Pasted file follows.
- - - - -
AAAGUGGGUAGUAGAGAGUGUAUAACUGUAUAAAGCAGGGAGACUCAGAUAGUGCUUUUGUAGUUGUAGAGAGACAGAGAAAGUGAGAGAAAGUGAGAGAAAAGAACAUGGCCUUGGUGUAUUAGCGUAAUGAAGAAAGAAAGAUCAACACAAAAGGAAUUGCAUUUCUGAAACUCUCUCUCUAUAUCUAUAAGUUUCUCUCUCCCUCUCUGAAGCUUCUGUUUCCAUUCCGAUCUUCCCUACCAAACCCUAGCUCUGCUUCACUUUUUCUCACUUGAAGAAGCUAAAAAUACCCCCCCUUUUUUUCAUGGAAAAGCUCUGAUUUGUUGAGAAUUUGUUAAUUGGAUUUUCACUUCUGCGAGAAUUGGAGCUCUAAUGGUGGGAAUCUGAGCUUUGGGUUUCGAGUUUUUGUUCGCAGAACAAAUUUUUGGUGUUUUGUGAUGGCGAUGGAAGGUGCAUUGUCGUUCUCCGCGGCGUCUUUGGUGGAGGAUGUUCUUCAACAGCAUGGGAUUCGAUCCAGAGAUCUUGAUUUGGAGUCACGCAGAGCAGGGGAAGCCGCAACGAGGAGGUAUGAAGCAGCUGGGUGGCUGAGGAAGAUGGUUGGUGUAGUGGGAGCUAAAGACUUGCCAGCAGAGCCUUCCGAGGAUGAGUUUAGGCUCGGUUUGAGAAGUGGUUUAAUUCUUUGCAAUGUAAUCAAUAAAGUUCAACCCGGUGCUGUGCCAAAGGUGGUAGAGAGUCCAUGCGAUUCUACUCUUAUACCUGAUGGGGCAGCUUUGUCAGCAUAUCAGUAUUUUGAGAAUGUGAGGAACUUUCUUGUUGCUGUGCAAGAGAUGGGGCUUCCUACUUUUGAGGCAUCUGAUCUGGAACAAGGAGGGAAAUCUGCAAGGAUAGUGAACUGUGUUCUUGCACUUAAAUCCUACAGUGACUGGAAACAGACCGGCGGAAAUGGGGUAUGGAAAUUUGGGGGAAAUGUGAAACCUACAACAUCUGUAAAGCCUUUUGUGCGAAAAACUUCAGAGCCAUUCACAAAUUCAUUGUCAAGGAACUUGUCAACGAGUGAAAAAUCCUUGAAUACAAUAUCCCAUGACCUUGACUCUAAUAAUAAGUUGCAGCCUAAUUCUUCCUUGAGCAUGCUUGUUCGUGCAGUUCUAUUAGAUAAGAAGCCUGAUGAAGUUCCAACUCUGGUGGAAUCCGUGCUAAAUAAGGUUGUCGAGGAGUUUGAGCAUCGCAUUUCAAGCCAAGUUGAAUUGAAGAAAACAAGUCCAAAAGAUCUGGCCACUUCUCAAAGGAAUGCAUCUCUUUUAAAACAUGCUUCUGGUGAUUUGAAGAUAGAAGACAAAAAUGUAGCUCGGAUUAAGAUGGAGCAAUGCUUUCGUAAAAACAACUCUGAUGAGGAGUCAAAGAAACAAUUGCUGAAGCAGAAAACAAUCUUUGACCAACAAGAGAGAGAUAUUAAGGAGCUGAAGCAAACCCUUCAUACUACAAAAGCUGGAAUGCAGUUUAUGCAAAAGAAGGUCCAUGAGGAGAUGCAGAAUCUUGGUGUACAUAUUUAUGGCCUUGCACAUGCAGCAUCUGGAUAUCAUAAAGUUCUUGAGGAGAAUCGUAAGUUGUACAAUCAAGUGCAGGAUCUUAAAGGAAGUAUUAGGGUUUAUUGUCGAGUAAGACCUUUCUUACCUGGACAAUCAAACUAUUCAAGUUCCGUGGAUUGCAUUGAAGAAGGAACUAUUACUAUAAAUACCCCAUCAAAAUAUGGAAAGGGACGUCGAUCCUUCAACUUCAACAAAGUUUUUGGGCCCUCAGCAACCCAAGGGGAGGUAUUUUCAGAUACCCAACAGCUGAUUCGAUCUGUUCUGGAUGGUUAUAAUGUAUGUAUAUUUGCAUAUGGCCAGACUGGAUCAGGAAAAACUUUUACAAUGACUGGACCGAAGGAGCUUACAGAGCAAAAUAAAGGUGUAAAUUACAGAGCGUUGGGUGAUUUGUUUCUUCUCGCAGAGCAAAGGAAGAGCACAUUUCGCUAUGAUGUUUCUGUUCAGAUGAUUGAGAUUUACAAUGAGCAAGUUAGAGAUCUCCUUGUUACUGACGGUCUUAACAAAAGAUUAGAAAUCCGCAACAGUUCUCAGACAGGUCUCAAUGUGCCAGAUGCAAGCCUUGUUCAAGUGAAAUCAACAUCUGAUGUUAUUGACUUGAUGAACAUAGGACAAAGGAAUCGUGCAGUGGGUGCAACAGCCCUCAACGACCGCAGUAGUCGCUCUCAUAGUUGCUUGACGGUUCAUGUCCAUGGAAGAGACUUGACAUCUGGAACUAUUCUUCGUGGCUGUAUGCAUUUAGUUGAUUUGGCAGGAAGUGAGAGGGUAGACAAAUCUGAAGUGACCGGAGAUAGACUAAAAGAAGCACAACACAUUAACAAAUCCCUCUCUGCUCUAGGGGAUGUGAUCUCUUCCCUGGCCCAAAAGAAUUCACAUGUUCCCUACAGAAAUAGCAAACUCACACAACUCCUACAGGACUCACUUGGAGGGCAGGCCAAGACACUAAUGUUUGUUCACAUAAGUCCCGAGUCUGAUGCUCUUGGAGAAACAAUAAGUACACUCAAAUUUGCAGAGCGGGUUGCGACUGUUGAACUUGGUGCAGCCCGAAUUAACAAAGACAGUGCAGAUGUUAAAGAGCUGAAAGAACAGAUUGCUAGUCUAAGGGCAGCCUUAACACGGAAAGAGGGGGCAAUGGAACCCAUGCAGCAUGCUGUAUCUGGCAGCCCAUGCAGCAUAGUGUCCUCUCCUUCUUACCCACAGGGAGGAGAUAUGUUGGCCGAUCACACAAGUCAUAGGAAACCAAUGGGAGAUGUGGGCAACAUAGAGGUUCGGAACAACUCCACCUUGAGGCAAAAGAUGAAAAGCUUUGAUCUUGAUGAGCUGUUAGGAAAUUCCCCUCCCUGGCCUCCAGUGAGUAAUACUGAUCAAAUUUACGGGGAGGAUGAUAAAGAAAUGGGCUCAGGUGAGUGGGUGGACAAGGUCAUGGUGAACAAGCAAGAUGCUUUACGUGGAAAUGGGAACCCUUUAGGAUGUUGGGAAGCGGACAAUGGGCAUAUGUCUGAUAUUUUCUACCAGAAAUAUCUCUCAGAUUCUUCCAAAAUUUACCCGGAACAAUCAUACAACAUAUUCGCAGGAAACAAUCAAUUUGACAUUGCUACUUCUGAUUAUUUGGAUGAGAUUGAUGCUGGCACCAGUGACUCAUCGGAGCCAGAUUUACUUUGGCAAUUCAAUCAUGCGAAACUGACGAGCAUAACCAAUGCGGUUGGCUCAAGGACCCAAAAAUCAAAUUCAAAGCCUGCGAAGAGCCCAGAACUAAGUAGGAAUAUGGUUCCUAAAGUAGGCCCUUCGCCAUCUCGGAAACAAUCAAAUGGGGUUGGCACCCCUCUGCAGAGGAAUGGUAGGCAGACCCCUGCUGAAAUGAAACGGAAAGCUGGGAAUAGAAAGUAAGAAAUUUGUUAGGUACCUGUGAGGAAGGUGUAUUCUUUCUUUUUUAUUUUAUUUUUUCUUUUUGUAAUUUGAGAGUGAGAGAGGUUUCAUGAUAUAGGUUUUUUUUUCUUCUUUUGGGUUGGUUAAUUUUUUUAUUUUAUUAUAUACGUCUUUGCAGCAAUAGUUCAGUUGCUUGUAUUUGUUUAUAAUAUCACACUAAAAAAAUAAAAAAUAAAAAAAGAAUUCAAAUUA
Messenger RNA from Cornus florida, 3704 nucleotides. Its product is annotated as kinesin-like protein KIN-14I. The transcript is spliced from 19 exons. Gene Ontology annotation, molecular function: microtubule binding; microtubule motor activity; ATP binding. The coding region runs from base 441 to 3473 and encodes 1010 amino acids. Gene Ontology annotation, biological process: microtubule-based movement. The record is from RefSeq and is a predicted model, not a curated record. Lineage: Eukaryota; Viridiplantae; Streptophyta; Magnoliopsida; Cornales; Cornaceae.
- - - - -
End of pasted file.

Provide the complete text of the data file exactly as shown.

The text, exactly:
AAAGUGGGUAGUAGAGAGUGUAUAACUGUAUAAAGCAGGGAGACUCAGAUAGUGCUUUUGUAGUUGUAGAGAGACAGAGAAAGUGAGAGAAAGUGAGAGAAAAGAACAUGGCCUUGGUGUAUUAGCGUAAUGAAGAAAGAAAGAUCAACACAAAAGGAAUUGCAUUUCUGAAACUCUCUCUCUAUAUCUAUAAGUUUCUCUCUCCCUCUCUGAAGCUUCUGUUUCCAUUCCGAUCUUCCCUACCAAACCCUAGCUCUGCUUCACUUUUUCUCACUUGAAGAAGCUAAAAAUACCCCCCCUUUUUUUCAUGGAAAAGCUCUGAUUUGUUGAGAAUUUGUUAAUUGGAUUUUCACUUCUGCGAGAAUUGGAGCUCUAAUGGUGGGAAUCUGAGCUUUGGGUUUCGAGUUUUUGUUCGCAGAACAAAUUUUUGGUGUUUUGUGAUGGCGAUGGAAGGUGCAUUGUCGUUCUCCGCGGCGUCUUUGGUGGAGGAUGUUCUUCAACAGCAUGGGAUUCGAUCCAGAGAUCUUGAUUUGGAGUCACGCAGAGCAGGGGAAGCCGCAACGAGGAGGUAUGAAGCAGCUGGGUGGCUGAGGAAGAUGGUUGGUGUAGUGGGAGCUAAAGACUUGCCAGCAGAGCCUUCCGAGGAUGAGUUUAGGCUCGGUUUGAGAAGUGGUUUAAUUCUUUGCAAUGUAAUCAAUAAAGUUCAACCCGGUGCUGUGCCAAAGGUGGUAGAGAGUCCAUGCGAUUCUACUCUUAUACCUGAUGGGGCAGCUUUGUCAGCAUAUCAGUAUUUUGAGAAUGUGAGGAACUUUCUUGUUGCUGUGCAAGAGAUGGGGCUUCCUACUUUUGAGGCAUCUGAUCUGGAACAAGGAGGGAAAUCUGCAAGGAUAGUGAACUGUGUUCUUGCACUUAAAUCCUACAGUGACUGGAAACAGACCGGCGGAAAUGGGGUAUGGAAAUUUGGGGGAAAUGUGAAACCUACAACAUCUGUAAAGCCUUUUGUGCGAAAAACUUCAGAGCCAUUCACAAAUUCAUUGUCAAGGAACUUGUCAACGAGUGAAAAAUCCUUGAAUACAAUAUCCCAUGACCUUGACUCUAAUAAUAAGUUGCAGCCUAAUUCUUCCUUGAGCAUGCUUGUUCGUGCAGUUCUAUUAGAUAAGAAGCCUGAUGAAGUUCCAACUCUGGUGGAAUCCGUGCUAAAUAAGGUUGUCGAGGAGUUUGAGCAUCGCAUUUCAAGCCAAGUUGAAUUGAAGAAAACAAGUCCAAAAGAUCUGGCCACUUCUCAAAGGAAUGCAUCUCUUUUAAAACAUGCUUCUGGUGAUUUGAAGAUAGAAGACAAAAAUGUAGCUCGGAUUAAGAUGGAGCAAUGCUUUCGUAAAAACAACUCUGAUGAGGAGUCAAAGAAACAAUUGCUGAAGCAGAAAACAAUCUUUGACCAACAAGAGAGAGAUAUUAAGGAGCUGAAGCAAACCCUUCAUACUACAAAAGCUGGAAUGCAGUUUAUGCAAAAGAAGGUCCAUGAGGAGAUGCAGAAUCUUGGUGUACAUAUUUAUGGCCUUGCACAUGCAGCAUCUGGAUAUCAUAAAGUUCUUGAGGAGAAUCGUAAGUUGUACAAUCAAGUGCAGGAUCUUAAAGGAAGUAUUAGGGUUUAUUGUCGAGUAAGACCUUUCUUACCUGGACAAUCAAACUAUUCAAGUUCCGUGGAUUGCAUUGAAGAAGGAACUAUUACUAUAAAUACCCCAUCAAAAUAUGGAAAGGGACGUCGAUCCUUCAACUUCAACAAAGUUUUUGGGCCCUCAGCAACCCAAGGGGAGGUAUUUUCAGAUACCCAACAGCUGAUUCGAUCUGUUCUGGAUGGUUAUAAUGUAUGUAUAUUUGCAUAUGGCCAGACUGGAUCAGGAAAAACUUUUACAAUGACUGGACCGAAGGAGCUUACAGAGCAAAAUAAAGGUGUAAAUUACAGAGCGUUGGGUGAUUUGUUUCUUCUCGCAGAGCAAAGGAAGAGCACAUUUCGCUAUGAUGUUUCUGUUCAGAUGAUUGAGAUUUACAAUGAGCAAGUUAGAGAUCUCCUUGUUACUGACGGUCUUAACAAAAGAUUAGAAAUCCGCAACAGUUCUCAGACAGGUCUCAAUGUGCCAGAUGCAAGCCUUGUUCAAGUGAAAUCAACAUCUGAUGUUAUUGACUUGAUGAACAUAGGACAAAGGAAUCGUGCAGUGGGUGCAACAGCCCUCAACGACCGCAGUAGUCGCUCUCAUAGUUGCUUGACGGUUCAUGUCCAUGGAAGAGACUUGACAUCUGGAACUAUUCUUCGUGGCUGUAUGCAUUUAGUUGAUUUGGCAGGAAGUGAGAGGGUAGACAAAUCUGAAGUGACCGGAGAUAGACUAAAAGAAGCACAACACAUUAACAAAUCCCUCUCUGCUCUAGGGGAUGUGAUCUCUUCCCUGGCCCAAAAGAAUUCACAUGUUCCCUACAGAAAUAGCAAACUCACACAACUCCUACAGGACUCACUUGGAGGGCAGGCCAAGACACUAAUGUUUGUUCACAUAAGUCCCGAGUCUGAUGCUCUUGGAGAAACAAUAAGUACACUCAAAUUUGCAGAGCGGGUUGCGACUGUUGAACUUGGUGCAGCCCGAAUUAACAAAGACAGUGCAGAUGUUAAAGAGCUGAAAGAACAGAUUGCUAGUCUAAGGGCAGCCUUAACACGGAAAGAGGGGGCAAUGGAACCCAUGCAGCAUGCUGUAUCUGGCAGCCCAUGCAGCAUAGUGUCCUCUCCUUCUUACCCACAGGGAGGAGAUAUGUUGGCCGAUCACACAAGUCAUAGGAAACCAAUGGGAGAUGUGGGCAACAUAGAGGUUCGGAACAACUCCACCUUGAGGCAAAAGAUGAAAAGCUUUGAUCUUGAUGAGCUGUUAGGAAAUUCCCCUCCCUGGCCUCCAGUGAGUAAUACUGAUCAAAUUUACGGGGAGGAUGAUAAAGAAAUGGGCUCAGGUGAGUGGGUGGACAAGGUCAUGGUGAACAAGCAAGAUGCUUUACGUGGAAAUGGGAACCCUUUAGGAUGUUGGGAAGCGGACAAUGGGCAUAUGUCUGAUAUUUUCUACCAGAAAUAUCUCUCAGAUUCUUCCAAAAUUUACCCGGAACAAUCAUACAACAUAUUCGCAGGAAACAAUCAAUUUGACAUUGCUACUUCUGAUUAUUUGGAUGAGAUUGAUGCUGGCACCAGUGACUCAUCGGAGCCAGAUUUACUUUGGCAAUUCAAUCAUGCGAAACUGACGAGCAUAACCAAUGCGGUUGGCUCAAGGACCCAAAAAUCAAAUUCAAAGCCUGCGAAGAGCCCAGAACUAAGUAGGAAUAUGGUUCCUAAAGUAGGCCCUUCGCCAUCUCGGAAACAAUCAAAUGGGGUUGGCACCCCUCUGCAGAGGAAUGGUAGGCAGACCCCUGCUGAAAUGAAACGGAAAGCUGGGAAUAGAAAGUAAGAAAUUUGUUAGGUACCUGUGAGGAAGGUGUAUUCUUUCUUUUUUAUUUUAUUUUUUCUUUUUGUAAUUUGAGAGUGAGAGAGGUUUCAUGAUAUAGGUUUUUUUUUCUUCUUUUGGGUUGGUUAAUUUUUUUAUUUUAUUAUAUACGUCUUUGCAGCAAUAGUUCAGUUGCUUGUAUUUGUUUAUAAUAUCACACUAAAAAAAUAAAAAAUAAAAAAAGAAUUCAAAUUA
Messenger RNA from Cornus florida, 3704 nucleotides. Its product is annotated as kinesin-like protein KIN-14I. The transcript is spliced from 19 exons. Gene Ontology annotation, molecular function: microtubule binding; microtubule motor activity; ATP binding. The coding region runs from base 441 to 3473 and encodes 1010 amino acids. Gene Ontology annotation, biological process: microtubule-based movement. The record is from RefSeq and is a predicted model, not a curated record. Lineage: Eukaryota; Viridiplantae; Streptophyta; Magnoliopsida; Cornales; Cornaceae.